Apart from being a two-hour long advert for a South African rap-group, this is an extremely confused movie that is a rollercoaster in (almost) all the wrong ways. It is obvious that Blomkamp/Tatchell share some strong political opinions, not to mention what feels like a certain disdain towards humanity – and I can’t blame them if I am honest – as Bill Hicks once said: “We’re a virus with shoes”. Or perhaps he just doesn’t like his home country that much. Either way, this bleak outlook, apart from the (awful) comic relief provided mostly by said rap-group (and at least three horribly lame montages of Chappie becoming more ‘gangster’, which could have been poignant scenes if he was learning almost anything else), makes for a political lecture of a film with many lofty ideas that it unfortunately does not execute with much finesse. Yes, the world is becoming more oppressed, and a film about robots taking up that role of oppression is exactly the moral lesson Blomkamp decided we needed. It of course is plausible, but also relentlessly pessimistic. Excessive use of slow-motion and rapid-fire different camera angles during action scenes almost completely remove the impact from these set-pieces and the impact of the films ideas, but the film certainly has a rather thoughtful conclusion that is believable and, despite the thin characters, somewhat emotionally resonant.
Given these views, Chappie was an extremely frustrating watch for me. There are undeniably some great elements here, such as the robot acting like a person, forming relationships, having opinions and the ability to express them… The people gradually treat it more and more like a person than a robot. This element of the film reminded me of the new Apes franchise in how they depict distinctly human scenarios within the groups of apes. AI also had a massive influence on this obviously, when the robot is childlike it almost felt like a slight ripoff of AI. But Chappie has an interesting character arc, and due to the extremely shallow human characters, Chappie is by far the most interesting character of the film and the only one whose personality-progression means something. Hugh Jackman is the only interesting human character to be found.. But he is not a big part of the story, and his motives even less-so. A good idea then: have a rap-group take up most of the movie – who needs Hugh Jackman? This South African rap-group Die Antwoord are in almost every scene, teaching Chappie how to be ‘gangster’. I am honestly cringing just writing those words, not just because as a concept it hurts my brain, but also because Die Antwoord are not actors and their presence on-screen was beyond irritating and was beyond grating. Plain horrid and completely unnecessary are adjectives that come to mind. Their treatment of Chappie obviously is representing bad parenting and the concept of conditioning, but it funnily enough actually says very little about artificial intelligence, and certainly nothing new. The same can be said for the entire movie. Funny thing is I actually really like their music.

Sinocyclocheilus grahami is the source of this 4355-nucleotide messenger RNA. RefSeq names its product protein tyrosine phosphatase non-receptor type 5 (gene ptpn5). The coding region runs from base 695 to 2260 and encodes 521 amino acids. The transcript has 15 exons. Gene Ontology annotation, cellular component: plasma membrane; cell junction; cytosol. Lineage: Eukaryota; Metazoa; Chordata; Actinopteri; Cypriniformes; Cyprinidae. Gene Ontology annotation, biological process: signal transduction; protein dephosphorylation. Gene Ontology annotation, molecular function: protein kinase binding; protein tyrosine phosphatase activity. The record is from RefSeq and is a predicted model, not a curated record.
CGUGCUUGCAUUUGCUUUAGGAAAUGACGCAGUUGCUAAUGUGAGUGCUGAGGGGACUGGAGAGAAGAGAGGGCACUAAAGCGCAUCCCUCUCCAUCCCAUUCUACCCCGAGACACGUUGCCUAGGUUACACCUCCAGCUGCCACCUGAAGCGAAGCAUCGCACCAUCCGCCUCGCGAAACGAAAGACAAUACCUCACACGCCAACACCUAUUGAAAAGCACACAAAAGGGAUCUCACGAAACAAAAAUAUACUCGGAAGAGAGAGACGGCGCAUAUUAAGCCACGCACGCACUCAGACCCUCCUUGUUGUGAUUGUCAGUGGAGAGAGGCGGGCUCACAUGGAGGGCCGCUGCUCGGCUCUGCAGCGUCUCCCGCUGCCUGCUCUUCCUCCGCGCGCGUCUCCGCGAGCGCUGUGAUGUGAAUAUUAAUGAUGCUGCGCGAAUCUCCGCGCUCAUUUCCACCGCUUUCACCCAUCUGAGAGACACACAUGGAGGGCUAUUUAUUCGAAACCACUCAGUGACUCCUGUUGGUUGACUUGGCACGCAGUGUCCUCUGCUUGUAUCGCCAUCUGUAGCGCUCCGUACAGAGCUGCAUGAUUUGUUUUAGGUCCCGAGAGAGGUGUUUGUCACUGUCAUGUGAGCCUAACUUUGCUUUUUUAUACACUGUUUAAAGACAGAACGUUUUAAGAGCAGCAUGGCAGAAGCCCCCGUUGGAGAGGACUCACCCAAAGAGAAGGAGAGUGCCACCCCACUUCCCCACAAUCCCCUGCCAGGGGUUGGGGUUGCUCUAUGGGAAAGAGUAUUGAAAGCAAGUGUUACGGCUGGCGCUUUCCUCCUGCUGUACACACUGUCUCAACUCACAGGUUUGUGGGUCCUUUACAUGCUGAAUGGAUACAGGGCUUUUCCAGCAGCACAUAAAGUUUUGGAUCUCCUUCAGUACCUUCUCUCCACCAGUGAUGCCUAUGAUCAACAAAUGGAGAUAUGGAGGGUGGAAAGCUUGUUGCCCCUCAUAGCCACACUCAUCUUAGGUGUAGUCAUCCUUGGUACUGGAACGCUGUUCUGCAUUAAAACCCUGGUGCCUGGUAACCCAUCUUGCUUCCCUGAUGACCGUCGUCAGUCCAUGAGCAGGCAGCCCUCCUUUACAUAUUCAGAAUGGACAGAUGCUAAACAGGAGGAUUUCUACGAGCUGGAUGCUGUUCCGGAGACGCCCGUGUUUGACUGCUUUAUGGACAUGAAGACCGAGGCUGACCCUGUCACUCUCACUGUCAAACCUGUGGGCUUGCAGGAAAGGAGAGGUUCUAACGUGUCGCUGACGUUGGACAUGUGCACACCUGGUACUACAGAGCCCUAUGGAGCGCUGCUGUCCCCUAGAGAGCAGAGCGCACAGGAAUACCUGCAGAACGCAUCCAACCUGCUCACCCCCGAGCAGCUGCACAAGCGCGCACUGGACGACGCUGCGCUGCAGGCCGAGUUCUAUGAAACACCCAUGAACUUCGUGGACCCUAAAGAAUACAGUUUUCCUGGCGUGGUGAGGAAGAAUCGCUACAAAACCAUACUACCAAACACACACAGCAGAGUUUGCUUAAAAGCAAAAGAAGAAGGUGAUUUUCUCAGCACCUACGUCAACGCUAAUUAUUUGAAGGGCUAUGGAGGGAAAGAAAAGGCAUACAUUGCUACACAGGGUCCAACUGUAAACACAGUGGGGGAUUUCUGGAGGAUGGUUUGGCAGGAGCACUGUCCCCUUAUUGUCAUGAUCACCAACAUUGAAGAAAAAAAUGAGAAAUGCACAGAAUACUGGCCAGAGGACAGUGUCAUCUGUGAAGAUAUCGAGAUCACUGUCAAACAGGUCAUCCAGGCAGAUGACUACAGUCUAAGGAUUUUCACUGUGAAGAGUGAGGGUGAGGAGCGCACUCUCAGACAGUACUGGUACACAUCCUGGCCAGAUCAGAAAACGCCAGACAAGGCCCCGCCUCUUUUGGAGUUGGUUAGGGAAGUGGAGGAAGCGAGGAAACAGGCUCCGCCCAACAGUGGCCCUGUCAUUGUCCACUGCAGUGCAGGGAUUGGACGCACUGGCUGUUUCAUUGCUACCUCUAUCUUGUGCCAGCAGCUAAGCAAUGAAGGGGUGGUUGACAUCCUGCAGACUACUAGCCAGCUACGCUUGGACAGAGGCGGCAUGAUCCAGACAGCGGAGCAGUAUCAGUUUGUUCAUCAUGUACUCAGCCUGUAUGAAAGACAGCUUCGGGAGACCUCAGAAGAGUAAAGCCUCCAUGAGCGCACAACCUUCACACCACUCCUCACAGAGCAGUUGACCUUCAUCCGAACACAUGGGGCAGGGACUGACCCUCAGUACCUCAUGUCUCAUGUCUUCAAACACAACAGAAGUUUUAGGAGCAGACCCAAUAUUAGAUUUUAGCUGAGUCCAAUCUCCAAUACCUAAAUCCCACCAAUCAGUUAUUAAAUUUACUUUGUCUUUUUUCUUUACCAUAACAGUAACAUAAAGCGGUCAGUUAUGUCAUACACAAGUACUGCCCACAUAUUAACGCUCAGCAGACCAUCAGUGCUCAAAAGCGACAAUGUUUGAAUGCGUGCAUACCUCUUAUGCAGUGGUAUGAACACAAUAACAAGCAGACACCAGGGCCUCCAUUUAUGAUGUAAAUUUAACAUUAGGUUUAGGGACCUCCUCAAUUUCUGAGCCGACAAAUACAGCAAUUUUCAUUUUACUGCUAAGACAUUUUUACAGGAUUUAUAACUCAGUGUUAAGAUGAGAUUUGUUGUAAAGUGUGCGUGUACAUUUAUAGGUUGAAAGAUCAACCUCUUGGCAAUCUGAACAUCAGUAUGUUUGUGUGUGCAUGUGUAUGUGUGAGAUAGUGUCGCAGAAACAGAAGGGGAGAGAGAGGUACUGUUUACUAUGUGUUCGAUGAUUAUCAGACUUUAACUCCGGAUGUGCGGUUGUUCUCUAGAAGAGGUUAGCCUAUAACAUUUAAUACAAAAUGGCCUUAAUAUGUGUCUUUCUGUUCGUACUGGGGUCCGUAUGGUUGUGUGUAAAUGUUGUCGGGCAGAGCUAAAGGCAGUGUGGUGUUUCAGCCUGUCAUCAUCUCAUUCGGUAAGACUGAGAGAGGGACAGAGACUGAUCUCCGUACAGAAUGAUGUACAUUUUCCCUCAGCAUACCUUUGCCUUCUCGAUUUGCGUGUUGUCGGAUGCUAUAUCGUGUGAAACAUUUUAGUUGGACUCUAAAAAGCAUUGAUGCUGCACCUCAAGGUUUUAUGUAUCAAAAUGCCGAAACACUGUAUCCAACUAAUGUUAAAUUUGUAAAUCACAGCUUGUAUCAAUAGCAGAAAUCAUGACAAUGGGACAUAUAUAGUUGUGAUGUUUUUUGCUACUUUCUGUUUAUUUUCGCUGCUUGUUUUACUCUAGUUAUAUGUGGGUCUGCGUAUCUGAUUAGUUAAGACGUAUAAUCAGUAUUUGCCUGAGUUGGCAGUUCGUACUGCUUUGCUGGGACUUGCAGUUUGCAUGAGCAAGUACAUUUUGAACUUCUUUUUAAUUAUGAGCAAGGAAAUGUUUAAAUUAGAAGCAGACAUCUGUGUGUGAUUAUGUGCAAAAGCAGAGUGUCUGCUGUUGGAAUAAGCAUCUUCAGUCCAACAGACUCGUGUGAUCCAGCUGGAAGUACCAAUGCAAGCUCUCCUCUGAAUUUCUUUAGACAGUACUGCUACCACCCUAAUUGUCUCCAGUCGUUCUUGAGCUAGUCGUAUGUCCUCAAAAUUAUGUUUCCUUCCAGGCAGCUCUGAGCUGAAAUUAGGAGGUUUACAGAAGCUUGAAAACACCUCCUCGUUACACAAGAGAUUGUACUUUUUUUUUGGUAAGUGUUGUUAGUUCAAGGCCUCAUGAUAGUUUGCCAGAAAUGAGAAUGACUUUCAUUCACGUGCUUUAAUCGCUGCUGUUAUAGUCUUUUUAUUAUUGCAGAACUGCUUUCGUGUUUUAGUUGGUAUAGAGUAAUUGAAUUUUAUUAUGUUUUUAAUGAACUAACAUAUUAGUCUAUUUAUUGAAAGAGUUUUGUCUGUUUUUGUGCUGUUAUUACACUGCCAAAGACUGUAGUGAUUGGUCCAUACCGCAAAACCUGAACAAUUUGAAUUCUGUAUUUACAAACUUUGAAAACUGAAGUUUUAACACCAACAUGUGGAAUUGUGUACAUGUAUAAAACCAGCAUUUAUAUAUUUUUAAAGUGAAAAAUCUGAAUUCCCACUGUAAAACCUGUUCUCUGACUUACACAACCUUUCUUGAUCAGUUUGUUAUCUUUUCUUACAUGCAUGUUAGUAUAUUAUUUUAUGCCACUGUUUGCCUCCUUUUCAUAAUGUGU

Hugh Jackman’s character was a rather transparent and obvious take on drone warfare – but not only does Jackman overact (going from what he was given I am guessing, as he is a better actor than this), as mentioned his characters’ motives are sparse to put it kindly. The only reason we see for his maniacal, psychotic temperament is office politics and business competition. Yes, he and the fellow designer who created Chappie are different, essentially competitors working in the same office. But further from this? The reasons for his increasingly bizarre behaviour are unknown. Initially it seems his character brings a somewhat interesting variation on Artificial Intelligence. At closer inspection though, it is simply an extremely obvious comment on how shitty we humans are. Yeah, we get it already Neill. Try something new could ya? No need to hammer the point down our throats mate, film after film. Of course there is never a hint of the two working together, as that just wouldn’t make for a good narrative, and that would depict humans in a positive light. In reality though it would have made the most sense within the story, and again there is no real reason given for why the two don’t work together. Their different ideas and personalities could, perhaps, have made for a better movie if they had have collaborated. The almost complete lack of heart and emotion in this office and in most scenes without Chappie makes these people seem quite soulless. This perhaps was intentional, but it leads to some very bland characters who are hard to care about.
Chappie is packed with good ideas and themes relevant to today’s political climate, but is unfortunately lacking in execution due to a variety of reasons, most signifigantly the lack of depth in the characters and their motives, not to mention some truly awful editing. Very much worth a watch, though I would wait for a rental, as the film doesn’t look good enough to warrant the big screen treatment. The film is filled with great ideas and concepts, though unfortunately maybe one or three too many. Additionally most of these themes are thrown aside for the final action-filled act, however they are all relevant to modern society and the film must be commended for this creative social commentary, even if it is abandoned almost entirely by the end of the film. Unfortunately because these ideas reside within a slightly clumsy film that isn’t well shot, it feels confused as to what exactly it wants to be, leading to an uneven watch in regards to the pace and flow of the narrative, and the entire film in general.